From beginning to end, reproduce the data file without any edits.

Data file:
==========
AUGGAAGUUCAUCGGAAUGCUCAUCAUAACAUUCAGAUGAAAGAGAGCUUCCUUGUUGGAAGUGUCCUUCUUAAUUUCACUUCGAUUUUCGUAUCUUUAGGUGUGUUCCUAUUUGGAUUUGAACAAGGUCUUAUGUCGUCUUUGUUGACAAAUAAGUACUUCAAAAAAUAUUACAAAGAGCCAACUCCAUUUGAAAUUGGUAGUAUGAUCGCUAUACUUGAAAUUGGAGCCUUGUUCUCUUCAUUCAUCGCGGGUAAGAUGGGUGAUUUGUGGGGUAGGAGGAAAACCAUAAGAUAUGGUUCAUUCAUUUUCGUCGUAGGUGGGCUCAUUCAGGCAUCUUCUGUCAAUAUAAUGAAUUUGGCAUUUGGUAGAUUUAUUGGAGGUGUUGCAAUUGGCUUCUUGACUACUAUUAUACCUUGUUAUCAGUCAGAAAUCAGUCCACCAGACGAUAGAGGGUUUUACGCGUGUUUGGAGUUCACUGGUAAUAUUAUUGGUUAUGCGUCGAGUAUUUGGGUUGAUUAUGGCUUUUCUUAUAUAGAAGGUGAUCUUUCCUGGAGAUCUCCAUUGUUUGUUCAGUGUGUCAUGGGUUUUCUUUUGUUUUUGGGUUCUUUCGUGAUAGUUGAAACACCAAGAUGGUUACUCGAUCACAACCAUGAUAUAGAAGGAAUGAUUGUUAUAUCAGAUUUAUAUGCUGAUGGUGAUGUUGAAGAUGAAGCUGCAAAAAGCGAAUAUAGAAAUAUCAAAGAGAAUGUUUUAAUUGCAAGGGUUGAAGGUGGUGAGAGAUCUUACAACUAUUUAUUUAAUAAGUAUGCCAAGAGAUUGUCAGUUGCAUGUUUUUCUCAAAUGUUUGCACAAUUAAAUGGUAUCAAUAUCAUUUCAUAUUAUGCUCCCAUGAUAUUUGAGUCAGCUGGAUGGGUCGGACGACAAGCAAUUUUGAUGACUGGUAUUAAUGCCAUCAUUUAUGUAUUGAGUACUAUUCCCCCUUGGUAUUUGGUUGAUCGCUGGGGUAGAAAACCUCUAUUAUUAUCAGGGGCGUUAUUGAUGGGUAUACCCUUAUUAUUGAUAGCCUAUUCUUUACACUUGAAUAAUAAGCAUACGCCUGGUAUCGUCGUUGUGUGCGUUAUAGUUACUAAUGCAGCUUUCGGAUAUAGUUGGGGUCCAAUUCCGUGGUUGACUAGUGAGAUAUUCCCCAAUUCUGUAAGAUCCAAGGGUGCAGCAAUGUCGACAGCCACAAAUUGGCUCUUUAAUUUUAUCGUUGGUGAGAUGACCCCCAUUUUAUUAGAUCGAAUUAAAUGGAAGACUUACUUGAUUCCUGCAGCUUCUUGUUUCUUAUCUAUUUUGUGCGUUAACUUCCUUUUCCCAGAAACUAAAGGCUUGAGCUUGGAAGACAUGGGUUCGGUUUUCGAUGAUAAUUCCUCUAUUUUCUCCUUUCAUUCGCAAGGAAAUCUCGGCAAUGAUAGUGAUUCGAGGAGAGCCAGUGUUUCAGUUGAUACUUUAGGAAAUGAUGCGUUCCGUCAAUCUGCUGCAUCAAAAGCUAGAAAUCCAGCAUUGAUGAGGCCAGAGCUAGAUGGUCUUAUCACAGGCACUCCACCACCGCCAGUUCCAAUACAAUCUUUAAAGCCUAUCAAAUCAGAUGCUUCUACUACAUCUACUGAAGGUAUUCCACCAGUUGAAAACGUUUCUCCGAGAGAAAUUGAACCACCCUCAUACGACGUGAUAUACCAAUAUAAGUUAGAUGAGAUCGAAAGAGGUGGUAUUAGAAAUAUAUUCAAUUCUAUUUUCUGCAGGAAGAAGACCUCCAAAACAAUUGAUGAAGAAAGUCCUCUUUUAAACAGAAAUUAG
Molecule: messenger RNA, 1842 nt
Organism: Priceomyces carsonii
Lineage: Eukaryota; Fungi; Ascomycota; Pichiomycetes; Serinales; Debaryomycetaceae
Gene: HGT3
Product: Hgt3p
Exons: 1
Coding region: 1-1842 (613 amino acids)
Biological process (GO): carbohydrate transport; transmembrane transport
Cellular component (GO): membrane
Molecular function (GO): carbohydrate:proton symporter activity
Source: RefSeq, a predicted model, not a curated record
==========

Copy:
AUGGAAGUUCAUCGGAAUGCUCAUCAUAACAUUCAGAUGAAAGAGAGCUUCCUUGUUGGAAGUGUCCUUCUUAAUUUCACUUCGAUUUUCGUAUCUUUAGGUGUGUUCCUAUUUGGAUUUGAACAAGGUCUUAUGUCGUCUUUGUUGACAAAUAAGUACUUCAAAAAAUAUUACAAAGAGCCAACUCCAUUUGAAAUUGGUAGUAUGAUCGCUAUACUUGAAAUUGGAGCCUUGUUCUCUUCAUUCAUCGCGGGUAAGAUGGGUGAUUUGUGGGGUAGGAGGAAAACCAUAAGAUAUGGUUCAUUCAUUUUCGUCGUAGGUGGGCUCAUUCAGGCAUCUUCUGUCAAUAUAAUGAAUUUGGCAUUUGGUAGAUUUAUUGGAGGUGUUGCAAUUGGCUUCUUGACUACUAUUAUACCUUGUUAUCAGUCAGAAAUCAGUCCACCAGACGAUAGAGGGUUUUACGCGUGUUUGGAGUUCACUGGUAAUAUUAUUGGUUAUGCGUCGAGUAUUUGGGUUGAUUAUGGCUUUUCUUAUAUAGAAGGUGAUCUUUCCUGGAGAUCUCCAUUGUUUGUUCAGUGUGUCAUGGGUUUUCUUUUGUUUUUGGGUUCUUUCGUGAUAGUUGAAACACCAAGAUGGUUACUCGAUCACAACCAUGAUAUAGAAGGAAUGAUUGUUAUAUCAGAUUUAUAUGCUGAUGGUGAUGUUGAAGAUGAAGCUGCAAAAAGCGAAUAUAGAAAUAUCAAAGAGAAUGUUUUAAUUGCAAGGGUUGAAGGUGGUGAGAGAUCUUACAACUAUUUAUUUAAUAAGUAUGCCAAGAGAUUGUCAGUUGCAUGUUUUUCUCAAAUGUUUGCACAAUUAAAUGGUAUCAAUAUCAUUUCAUAUUAUGCUCCCAUGAUAUUUGAGUCAGCUGGAUGGGUCGGACGACAAGCAAUUUUGAUGACUGGUAUUAAUGCCAUCAUUUAUGUAUUGAGUACUAUUCCCCCUUGGUAUUUGGUUGAUCGCUGGGGUAGAAAACCUCUAUUAUUAUCAGGGGCGUUAUUGAUGGGUAUACCCUUAUUAUUGAUAGCCUAUUCUUUACACUUGAAUAAUAAGCAUACGCCUGGUAUCGUCGUUGUGUGCGUUAUAGUUACUAAUGCAGCUUUCGGAUAUAGUUGGGGUCCAAUUCCGUGGUUGACUAGUGAGAUAUUCCCCAAUUCUGUAAGAUCCAAGGGUGCAGCAAUGUCGACAGCCACAAAUUGGCUCUUUAAUUUUAUCGUUGGUGAGAUGACCCCCAUUUUAUUAGAUCGAAUUAAAUGGAAGACUUACUUGAUUCCUGCAGCUUCUUGUUUCUUAUCUAUUUUGUGCGUUAACUUCCUUUUCCCAGAAACUAAAGGCUUGAGCUUGGAAGACAUGGGUUCGGUUUUCGAUGAUAAUUCCUCUAUUUUCUCCUUUCAUUCGCAAGGAAAUCUCGGCAAUGAUAGUGAUUCGAGGAGAGCCAGUGUUUCAGUUGAUACUUUAGGAAAUGAUGCGUUCCGUCAAUCUGCUGCAUCAAAAGCUAGAAAUCCAGCAUUGAUGAGGCCAGAGCUAGAUGGUCUUAUCACAGGCACUCCACCACCGCCAGUUCCAAUACAAUCUUUAAAGCCUAUCAAAUCAGAUGCUUCUACUACAUCUACUGAAGGUAUUCCACCAGUUGAAAACGUUUCUCCGAGAGAAAUUGAACCACCCUCAUACGACGUGAUAUACCAAUAUAAGUUAGAUGAGAUCGAAAGAGGUGGUAUUAGAAAUAUAUUCAAUUCUAUUUUCUGCAGGAAGAAGACCUCCAAAACAAUUGAUGAAGAAAGUCCUCUUUUAAACAGAAAUUAG
Molecule: messenger RNA, 1842 nt
Organism: Priceomyces carsonii
Lineage: Eukaryota; Fungi; Ascomycota; Pichiomycetes; Serinales; Debaryomycetaceae
Gene: HGT3
Product: Hgt3p
Exons: 1
Coding region: 1-1842 (613 amino acids)
Biological process (GO): carbohydrate transport; transmembrane transport
Cellular component (GO): membrane
Molecular function (GO): carbohydrate:proton symporter activity
Source: RefSeq, a predicted model, not a curated record